…. Nearly all the voters stayed in line until a campaign worker reported her car had been towed from a private parking lot across the street. Scores of people ducked out of the line to check on their own cars. A second car had been towed.

    My head may explode

  31. rikyrah says:

    found this in the comments at Balloon Juice:

    danielx Says:

    The sense of wingnut desperation in Indiana is almost palpable. Oh, they’ll probably win the governorship – John Gregg is a nice guy, but there’s no gainsaying the fact that Mike Pence is a lot more telegenic and has a lot more money behind him (surprise!), even if Pence is dumber than a post and a serious wingnut to boot. If you like living in a state with some of the worst environmental standards outside Texas, you’re going to love the next four years.

    But Mourdock is a lost cause. Every time one of these guys opens his mouth and lets slip what he really thinks, a lot of other Republicans can’t create enough distance between them and the speaker quickly enough. They have a shrinking constituency, relative to the country at large, and every time the mask slips it shrinks a little more.

    I am beginning to think that the key word in assessing Republicans at this point is…desperation. This is the last election that they can possibly win without pursuing one of two alternatives: either broadening the appeal of the party to make it more inclusive, to Hispanics in particular, or wholesale disenfranchisement of various voter groups – blacks, Hispanics and anyone else with whom they disagree over how the national pie is to be split up. Strategic disenfranchisement, you might say. Oh, they’re already trying it on a tactical, piecemeal basis, as witness their efforts in Ohio, Florida and wherever else they think they can get away with it. But barring repeal of the 14th Amendment, elimination of voting rights for everyone who the Republican base detests whole classes of voters is not in the cards.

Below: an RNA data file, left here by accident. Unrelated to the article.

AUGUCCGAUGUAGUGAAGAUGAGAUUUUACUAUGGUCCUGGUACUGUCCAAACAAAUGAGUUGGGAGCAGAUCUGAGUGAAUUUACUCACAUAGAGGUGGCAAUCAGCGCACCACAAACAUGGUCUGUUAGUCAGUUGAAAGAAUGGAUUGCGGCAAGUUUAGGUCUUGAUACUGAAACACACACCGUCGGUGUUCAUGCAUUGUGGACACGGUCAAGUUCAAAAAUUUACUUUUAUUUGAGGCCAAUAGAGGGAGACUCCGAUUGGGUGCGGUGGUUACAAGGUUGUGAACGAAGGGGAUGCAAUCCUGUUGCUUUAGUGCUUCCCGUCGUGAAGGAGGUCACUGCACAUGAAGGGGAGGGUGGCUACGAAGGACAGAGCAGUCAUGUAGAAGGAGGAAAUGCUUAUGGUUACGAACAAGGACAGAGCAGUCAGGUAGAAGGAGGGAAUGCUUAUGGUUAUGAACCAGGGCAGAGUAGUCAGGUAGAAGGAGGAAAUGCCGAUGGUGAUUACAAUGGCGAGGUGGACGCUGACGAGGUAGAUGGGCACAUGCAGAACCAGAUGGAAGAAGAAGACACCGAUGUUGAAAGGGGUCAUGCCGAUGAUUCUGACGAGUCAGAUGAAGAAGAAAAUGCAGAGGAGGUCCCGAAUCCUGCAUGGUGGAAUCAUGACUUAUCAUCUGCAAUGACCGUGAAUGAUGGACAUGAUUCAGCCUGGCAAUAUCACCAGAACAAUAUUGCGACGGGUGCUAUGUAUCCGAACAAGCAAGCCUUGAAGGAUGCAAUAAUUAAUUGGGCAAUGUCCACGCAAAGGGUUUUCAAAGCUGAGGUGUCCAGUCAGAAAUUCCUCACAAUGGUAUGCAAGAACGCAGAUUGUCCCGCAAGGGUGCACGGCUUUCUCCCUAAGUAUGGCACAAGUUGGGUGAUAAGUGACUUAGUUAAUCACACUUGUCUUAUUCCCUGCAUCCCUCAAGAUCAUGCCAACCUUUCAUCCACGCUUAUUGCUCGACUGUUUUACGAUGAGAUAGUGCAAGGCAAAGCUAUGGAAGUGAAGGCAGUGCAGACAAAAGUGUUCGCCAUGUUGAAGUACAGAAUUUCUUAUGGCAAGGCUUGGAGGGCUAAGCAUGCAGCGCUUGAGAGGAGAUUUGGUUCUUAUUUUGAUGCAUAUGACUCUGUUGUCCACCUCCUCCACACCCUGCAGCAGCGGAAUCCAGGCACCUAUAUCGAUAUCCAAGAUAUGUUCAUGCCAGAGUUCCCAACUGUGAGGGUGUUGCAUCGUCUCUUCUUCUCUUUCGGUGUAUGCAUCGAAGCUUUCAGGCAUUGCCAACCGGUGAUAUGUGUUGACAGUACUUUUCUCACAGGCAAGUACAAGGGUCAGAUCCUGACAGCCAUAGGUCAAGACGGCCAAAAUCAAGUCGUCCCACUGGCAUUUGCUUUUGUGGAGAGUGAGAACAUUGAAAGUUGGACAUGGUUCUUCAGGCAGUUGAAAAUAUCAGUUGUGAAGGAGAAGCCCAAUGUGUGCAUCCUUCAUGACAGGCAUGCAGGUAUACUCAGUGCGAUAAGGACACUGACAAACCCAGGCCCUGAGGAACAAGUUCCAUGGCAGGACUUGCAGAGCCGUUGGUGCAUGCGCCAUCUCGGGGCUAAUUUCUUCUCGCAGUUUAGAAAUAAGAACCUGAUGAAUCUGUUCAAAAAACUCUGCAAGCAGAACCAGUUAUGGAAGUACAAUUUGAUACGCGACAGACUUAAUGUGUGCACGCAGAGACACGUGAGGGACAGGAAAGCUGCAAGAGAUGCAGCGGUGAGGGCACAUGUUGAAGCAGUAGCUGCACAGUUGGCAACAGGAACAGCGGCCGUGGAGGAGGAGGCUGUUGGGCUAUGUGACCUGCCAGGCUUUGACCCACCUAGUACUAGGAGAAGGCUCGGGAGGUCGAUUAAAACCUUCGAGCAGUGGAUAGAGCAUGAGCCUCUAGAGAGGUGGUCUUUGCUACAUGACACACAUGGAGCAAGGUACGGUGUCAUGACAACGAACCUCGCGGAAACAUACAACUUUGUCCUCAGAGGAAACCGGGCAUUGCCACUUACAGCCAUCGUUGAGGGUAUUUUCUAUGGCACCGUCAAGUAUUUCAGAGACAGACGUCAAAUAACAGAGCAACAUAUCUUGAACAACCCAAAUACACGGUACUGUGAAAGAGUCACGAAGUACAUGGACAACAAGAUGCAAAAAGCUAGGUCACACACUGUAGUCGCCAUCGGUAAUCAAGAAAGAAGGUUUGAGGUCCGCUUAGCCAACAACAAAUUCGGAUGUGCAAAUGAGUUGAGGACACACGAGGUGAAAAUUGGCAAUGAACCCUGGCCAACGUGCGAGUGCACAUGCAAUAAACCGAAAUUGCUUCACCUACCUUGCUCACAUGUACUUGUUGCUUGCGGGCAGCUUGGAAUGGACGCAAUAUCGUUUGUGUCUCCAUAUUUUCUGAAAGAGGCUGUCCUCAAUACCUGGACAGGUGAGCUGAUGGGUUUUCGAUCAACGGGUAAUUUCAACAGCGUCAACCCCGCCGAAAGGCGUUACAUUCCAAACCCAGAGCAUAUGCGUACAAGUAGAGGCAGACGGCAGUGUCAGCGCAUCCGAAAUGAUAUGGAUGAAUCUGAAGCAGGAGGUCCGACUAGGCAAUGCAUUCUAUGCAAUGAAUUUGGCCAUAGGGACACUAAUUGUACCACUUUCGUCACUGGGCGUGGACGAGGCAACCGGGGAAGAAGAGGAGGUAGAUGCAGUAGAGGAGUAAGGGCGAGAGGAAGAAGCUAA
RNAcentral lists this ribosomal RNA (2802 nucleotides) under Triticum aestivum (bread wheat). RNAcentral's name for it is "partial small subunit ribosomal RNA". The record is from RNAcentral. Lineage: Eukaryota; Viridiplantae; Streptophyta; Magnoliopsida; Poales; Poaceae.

Republicans are caught in a trap of their own making. They’ve spent forty years winning elections with the Southern Strategy, but that strategy has just about reached its sell-by date. Either they broaden the party’s appeal – which will split the party – or they start losing elections by bigger and bigger margins. The former has already started happening, as lot of commentators here and elsewhere have noted. Bigotry, denial of reality and America fuck yeah! will only carry you so far when, as Lindsey Graham let slip in a moment of amazing honesty, “We’re not generating enough angry white guys to stay in business for the long term.” Without getting into Obama’s virtues or flaws, a half decent Republican candidate this year – say, Jon Huntsman – would have run over Obama like a lawnmower, because there have been few incumbents (if any) more beset by troubles not of his own making than Obama. He hasn’t committed any gross and egregious blunders, but he hasn’t gotten one iota of assistance either and that’s after pissing off his own base in his efforts to compromise with the opposition.